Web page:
Demonstrators gather during a protest at Hong Kong International Airport, Friday, July 26, 2019. Hong Kong residents have been protesting for more than a month to call for democratic reforms and the withdrawal of a controversial extradition bill. Their five central demands include direct elections, the dissolution of the current legislature, and an investigation into alleged police brutality. Clashes between protesters and police and other parties have become increasingly violent. (AP Photo/Vincent Yu)
HONG KONG, July 27: Thousands of protesters began marching Saturday in a Hong Kong district despite police warnings that their presence would spark confrontations with local residents.
Demonstrators wearing black streamed through Yuen Long, the area where a mob brutally attacked people in a commuter rail station last Sunday.
Police refused to grant permission for Saturday’s procession, citing a high security risk. But protesters still moved forward in a show of defiance against the unknown assailants who beat dozens of people while wearing white in opposition to the pro-democracy movement’s trademark black.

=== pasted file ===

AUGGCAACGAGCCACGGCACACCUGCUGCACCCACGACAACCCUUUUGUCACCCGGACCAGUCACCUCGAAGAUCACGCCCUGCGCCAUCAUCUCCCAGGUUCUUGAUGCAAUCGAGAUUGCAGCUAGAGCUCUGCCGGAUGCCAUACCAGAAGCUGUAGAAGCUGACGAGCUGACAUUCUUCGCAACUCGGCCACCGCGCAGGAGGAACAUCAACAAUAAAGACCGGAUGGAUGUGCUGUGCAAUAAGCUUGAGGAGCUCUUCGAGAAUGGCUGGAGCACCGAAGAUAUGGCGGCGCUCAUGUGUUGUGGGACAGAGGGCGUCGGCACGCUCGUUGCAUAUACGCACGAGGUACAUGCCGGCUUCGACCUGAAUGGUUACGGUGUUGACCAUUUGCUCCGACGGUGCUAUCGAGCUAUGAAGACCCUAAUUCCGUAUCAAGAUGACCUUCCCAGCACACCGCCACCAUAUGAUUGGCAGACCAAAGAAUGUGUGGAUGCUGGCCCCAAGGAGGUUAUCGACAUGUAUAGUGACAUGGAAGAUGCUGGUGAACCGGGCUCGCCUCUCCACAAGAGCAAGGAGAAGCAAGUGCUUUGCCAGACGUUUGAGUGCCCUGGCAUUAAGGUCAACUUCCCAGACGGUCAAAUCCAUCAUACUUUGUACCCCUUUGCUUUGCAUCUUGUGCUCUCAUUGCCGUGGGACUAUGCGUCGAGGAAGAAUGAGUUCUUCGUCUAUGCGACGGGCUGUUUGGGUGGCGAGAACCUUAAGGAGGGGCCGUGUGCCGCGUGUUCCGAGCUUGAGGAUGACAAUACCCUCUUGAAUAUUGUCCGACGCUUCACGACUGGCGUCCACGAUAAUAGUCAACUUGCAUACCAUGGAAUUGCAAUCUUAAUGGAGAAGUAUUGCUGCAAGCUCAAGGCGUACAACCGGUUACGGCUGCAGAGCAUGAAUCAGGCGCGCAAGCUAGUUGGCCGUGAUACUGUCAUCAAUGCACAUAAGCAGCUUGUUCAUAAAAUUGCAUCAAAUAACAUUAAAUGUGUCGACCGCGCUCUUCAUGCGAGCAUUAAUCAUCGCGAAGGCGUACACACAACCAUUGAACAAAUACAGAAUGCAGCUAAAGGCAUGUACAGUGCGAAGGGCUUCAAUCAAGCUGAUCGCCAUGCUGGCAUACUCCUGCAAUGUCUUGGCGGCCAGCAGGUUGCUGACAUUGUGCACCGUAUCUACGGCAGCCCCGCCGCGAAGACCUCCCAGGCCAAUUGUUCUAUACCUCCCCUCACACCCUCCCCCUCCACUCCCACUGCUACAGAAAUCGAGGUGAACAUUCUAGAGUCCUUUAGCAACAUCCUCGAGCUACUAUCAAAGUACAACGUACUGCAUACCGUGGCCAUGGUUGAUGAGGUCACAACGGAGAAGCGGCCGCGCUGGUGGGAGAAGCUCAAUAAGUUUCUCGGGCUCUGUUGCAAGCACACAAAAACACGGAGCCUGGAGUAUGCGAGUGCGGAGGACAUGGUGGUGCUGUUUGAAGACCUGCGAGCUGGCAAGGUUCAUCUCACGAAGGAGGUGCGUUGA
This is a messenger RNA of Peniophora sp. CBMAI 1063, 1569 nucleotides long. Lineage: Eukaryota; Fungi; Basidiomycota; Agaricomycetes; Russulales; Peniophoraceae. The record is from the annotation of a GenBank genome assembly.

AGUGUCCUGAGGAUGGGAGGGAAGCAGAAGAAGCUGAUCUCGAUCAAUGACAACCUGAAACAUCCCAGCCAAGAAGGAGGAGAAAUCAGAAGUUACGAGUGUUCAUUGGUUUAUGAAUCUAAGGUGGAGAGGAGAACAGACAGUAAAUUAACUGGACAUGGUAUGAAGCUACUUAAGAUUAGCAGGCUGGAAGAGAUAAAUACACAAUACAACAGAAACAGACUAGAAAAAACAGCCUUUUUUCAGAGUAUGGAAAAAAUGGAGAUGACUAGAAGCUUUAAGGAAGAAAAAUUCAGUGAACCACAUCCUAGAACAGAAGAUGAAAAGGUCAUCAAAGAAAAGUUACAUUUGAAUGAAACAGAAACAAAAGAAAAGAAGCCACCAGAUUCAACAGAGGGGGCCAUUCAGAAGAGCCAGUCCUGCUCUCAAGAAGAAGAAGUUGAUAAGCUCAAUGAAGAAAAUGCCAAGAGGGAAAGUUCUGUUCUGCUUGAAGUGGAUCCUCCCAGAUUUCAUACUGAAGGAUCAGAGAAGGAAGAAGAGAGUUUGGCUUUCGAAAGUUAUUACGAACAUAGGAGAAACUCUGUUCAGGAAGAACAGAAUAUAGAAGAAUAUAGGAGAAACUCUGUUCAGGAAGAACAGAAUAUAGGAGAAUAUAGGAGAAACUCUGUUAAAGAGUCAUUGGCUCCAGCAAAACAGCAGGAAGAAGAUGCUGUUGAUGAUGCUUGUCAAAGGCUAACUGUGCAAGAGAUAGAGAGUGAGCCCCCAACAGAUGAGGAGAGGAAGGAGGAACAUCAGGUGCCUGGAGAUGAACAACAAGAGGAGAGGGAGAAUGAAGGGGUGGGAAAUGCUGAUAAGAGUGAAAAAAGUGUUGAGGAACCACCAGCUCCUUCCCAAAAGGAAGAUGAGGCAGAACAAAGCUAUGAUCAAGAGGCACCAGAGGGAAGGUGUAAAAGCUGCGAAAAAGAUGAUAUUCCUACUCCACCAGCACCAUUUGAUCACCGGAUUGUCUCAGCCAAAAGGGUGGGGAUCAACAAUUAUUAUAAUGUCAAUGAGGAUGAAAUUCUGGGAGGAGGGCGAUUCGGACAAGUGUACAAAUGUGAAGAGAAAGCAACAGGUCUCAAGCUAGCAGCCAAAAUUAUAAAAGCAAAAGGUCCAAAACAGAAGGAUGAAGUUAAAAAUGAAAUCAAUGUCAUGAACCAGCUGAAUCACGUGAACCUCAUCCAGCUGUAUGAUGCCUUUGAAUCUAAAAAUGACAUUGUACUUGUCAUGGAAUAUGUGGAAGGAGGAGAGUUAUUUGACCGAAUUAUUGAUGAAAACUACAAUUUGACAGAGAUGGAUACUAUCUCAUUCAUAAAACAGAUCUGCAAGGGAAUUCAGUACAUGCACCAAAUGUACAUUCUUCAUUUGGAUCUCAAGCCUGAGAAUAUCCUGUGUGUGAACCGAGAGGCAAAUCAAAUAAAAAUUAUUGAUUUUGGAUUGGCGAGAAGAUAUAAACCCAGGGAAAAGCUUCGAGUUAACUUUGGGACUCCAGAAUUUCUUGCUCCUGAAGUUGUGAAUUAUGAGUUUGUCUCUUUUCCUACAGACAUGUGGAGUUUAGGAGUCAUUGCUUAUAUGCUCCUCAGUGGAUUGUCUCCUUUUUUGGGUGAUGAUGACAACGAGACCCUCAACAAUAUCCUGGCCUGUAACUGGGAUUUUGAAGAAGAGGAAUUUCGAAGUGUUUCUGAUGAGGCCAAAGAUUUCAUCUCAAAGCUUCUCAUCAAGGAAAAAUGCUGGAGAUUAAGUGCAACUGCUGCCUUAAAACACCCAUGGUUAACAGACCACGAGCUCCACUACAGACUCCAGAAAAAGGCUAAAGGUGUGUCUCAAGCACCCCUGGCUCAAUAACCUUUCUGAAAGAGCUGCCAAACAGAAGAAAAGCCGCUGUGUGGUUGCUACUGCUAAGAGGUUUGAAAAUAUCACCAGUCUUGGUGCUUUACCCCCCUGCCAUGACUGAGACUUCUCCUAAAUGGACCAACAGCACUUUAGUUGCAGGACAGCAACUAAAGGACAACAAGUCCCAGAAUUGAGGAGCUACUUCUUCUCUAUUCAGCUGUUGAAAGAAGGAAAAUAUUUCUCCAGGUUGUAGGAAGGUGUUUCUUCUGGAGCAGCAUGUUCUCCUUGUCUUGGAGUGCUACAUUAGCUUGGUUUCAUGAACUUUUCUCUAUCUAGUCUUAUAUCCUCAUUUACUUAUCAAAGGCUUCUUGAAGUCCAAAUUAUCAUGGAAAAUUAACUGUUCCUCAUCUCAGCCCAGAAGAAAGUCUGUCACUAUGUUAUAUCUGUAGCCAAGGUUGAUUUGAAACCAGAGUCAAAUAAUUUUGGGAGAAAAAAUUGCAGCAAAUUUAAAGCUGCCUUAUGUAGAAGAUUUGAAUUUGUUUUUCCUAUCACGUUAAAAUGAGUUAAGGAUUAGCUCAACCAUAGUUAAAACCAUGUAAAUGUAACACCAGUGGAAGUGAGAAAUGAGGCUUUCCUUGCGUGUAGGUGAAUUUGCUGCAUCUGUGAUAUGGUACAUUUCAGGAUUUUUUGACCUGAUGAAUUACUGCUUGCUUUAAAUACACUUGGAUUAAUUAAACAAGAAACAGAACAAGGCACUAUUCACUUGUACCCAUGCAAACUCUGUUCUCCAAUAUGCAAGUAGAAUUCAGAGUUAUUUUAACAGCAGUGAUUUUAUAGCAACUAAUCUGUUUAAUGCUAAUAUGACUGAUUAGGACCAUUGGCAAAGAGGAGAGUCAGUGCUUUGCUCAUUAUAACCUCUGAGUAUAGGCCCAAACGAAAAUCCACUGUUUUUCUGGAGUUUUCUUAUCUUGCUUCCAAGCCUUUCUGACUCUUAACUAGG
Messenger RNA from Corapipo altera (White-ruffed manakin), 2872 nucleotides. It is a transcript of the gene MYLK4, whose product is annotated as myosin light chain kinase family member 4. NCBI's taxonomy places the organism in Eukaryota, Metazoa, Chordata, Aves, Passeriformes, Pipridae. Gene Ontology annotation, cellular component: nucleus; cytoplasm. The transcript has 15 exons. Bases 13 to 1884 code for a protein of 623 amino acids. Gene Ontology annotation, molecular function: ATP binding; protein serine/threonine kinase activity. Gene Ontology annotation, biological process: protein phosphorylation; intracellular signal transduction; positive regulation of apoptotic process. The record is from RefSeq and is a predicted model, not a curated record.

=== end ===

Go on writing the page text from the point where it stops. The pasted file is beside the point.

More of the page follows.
The streets of Yuen Long became a sea of umbrellas as the march kicked off in the afternoon. A symbol going back to the Occupy Central protests that shook Hong Kong in 2014, umbrellas have become tools to help protesters conceal their identities from police cameras as well as shields against tear gas and pepper spray.
A few hours before the march began, a man was arrested in Yuen Long for hurting another with a knife, Hong Kong police said. The man is suspected of common assault.
Massive demonstrations began in Hong Kong last month against an extradition bill that would have allowed suspects to face trial in mainland China, where critics say their rights would be compromised. The bill was eventually suspended, but protesters’ demands have grown to include direct elections, the dissolution of the current legislature and an investigation into alleged police brutality in the Chinese territory.